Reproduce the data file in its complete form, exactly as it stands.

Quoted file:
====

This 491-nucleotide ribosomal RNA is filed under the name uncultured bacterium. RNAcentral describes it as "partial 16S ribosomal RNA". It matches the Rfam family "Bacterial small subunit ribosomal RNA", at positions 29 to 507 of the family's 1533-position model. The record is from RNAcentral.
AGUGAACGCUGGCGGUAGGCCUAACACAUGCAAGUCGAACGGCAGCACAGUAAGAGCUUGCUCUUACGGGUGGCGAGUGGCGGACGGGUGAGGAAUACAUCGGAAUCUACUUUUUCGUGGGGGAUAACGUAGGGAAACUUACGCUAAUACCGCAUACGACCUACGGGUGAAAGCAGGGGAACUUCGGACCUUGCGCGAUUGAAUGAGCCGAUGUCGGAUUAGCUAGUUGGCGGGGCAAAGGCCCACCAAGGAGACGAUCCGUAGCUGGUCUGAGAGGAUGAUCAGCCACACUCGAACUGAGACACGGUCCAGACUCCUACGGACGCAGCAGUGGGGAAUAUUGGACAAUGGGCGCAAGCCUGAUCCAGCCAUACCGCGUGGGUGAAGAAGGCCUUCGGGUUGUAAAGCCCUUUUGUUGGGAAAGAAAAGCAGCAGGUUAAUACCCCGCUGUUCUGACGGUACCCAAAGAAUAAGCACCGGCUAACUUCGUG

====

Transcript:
This 491-nucleotide ribosomal RNA is filed under the name uncultured bacterium. RNAcentral describes it as "partial 16S ribosomal RNA". It matches the Rfam family "Bacterial small subunit ribosomal RNA", at positions 29 to 507 of the family's 1533-position model. The record is from RNAcentral.
AGUGAACGCUGGCGGUAGGCCUAACACAUGCAAGUCGAACGGCAGCACAGUAAGAGCUUGCUCUUACGGGUGGCGAGUGGCGGACGGGUGAGGAAUACAUCGGAAUCUACUUUUUCGUGGGGGAUAACGUAGGGAAACUUACGCUAAUACCGCAUACGACCUACGGGUGAAAGCAGGGGAACUUCGGACCUUGCGCGAUUGAAUGAGCCGAUGUCGGAUUAGCUAGUUGGCGGGGCAAAGGCCCACCAAGGAGACGAUCCGUAGCUGGUCUGAGAGGAUGAUCAGCCACACUCGAACUGAGACACGGUCCAGACUCCUACGGACGCAGCAGUGGGGAAUAUUGGACAAUGGGCGCAAGCCUGAUCCAGCCAUACCGCGUGGGUGAAGAAGGCCUUCGGGUUGUAAAGCCCUUUUGUUGGGAAAGAAAAGCAGCAGGUUAAUACCCCGCUGUUCUGACGGUACCCAAAGAAUAAGCACCGGCUAACUUCGUG